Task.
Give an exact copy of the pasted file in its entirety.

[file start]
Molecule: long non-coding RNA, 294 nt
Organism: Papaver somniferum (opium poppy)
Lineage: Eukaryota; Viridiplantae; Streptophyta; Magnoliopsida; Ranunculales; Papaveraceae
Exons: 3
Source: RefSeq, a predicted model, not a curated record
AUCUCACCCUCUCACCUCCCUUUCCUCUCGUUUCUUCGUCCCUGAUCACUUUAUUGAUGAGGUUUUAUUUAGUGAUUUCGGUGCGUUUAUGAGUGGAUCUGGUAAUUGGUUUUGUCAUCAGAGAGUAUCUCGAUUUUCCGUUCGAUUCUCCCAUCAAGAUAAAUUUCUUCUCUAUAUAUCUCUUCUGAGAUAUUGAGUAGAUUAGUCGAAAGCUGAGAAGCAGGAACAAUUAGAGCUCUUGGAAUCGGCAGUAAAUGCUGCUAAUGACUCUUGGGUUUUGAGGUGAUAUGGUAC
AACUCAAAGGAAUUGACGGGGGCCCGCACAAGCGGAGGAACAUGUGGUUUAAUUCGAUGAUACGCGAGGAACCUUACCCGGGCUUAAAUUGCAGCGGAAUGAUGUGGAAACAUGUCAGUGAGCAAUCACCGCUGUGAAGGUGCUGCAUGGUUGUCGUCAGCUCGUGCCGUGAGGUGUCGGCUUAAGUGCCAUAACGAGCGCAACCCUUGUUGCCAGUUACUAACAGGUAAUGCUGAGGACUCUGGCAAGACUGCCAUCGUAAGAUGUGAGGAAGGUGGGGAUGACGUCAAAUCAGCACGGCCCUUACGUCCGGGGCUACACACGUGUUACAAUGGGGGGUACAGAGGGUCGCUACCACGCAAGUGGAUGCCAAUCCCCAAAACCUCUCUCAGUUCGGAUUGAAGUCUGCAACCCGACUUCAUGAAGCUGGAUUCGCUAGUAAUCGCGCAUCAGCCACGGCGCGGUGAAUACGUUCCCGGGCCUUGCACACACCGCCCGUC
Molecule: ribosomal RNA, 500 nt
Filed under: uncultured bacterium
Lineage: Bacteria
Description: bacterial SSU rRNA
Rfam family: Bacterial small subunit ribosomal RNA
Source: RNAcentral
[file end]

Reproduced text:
Molecule: long non-coding RNA, 294 nt
Organism: Papaver somniferum (opium poppy)
Lineage: Eukaryota; Viridiplantae; Streptophyta; Magnoliopsida; Ranunculales; Papaveraceae
Exons: 3
Source: RefSeq, a predicted model, not a curated record
AUCUCACCCUCUCACCUCCCUUUCCUCUCGUUUCUUCGUCCCUGAUCACUUUAUUGAUGAGGUUUUAUUUAGUGAUUUCGGUGCGUUUAUGAGUGGAUCUGGUAAUUGGUUUUGUCAUCAGAGAGUAUCUCGAUUUUCCGUUCGAUUCUCCCAUCAAGAUAAAUUUCUUCUCUAUAUAUCUCUUCUGAGAUAUUGAGUAGAUUAGUCGAAAGCUGAGAAGCAGGAACAAUUAGAGCUCUUGGAAUCGGCAGUAAAUGCUGCUAAUGACUCUUGGGUUUUGAGGUGAUAUGGUAC
AACUCAAAGGAAUUGACGGGGGCCCGCACAAGCGGAGGAACAUGUGGUUUAAUUCGAUGAUACGCGAGGAACCUUACCCGGGCUUAAAUUGCAGCGGAAUGAUGUGGAAACAUGUCAGUGAGCAAUCACCGCUGUGAAGGUGCUGCAUGGUUGUCGUCAGCUCGUGCCGUGAGGUGUCGGCUUAAGUGCCAUAACGAGCGCAACCCUUGUUGCCAGUUACUAACAGGUAAUGCUGAGGACUCUGGCAAGACUGCCAUCGUAAGAUGUGAGGAAGGUGGGGAUGACGUCAAAUCAGCACGGCCCUUACGUCCGGGGCUACACACGUGUUACAAUGGGGGGUACAGAGGGUCGCUACCACGCAAGUGGAUGCCAAUCCCCAAAACCUCUCUCAGUUCGGAUUGAAGUCUGCAACCCGACUUCAUGAAGCUGGAUUCGCUAGUAAUCGCGCAUCAGCCACGGCGCGGUGAAUACGUUCCCGGGCCUUGCACACACCGCCCGUC
Molecule: ribosomal RNA, 500 nt
Filed under: uncultured bacterium
Lineage: Bacteria
Description: bacterial SSU rRNA
Rfam family: Bacterial small subunit ribosomal RNA
Source: RNAcentral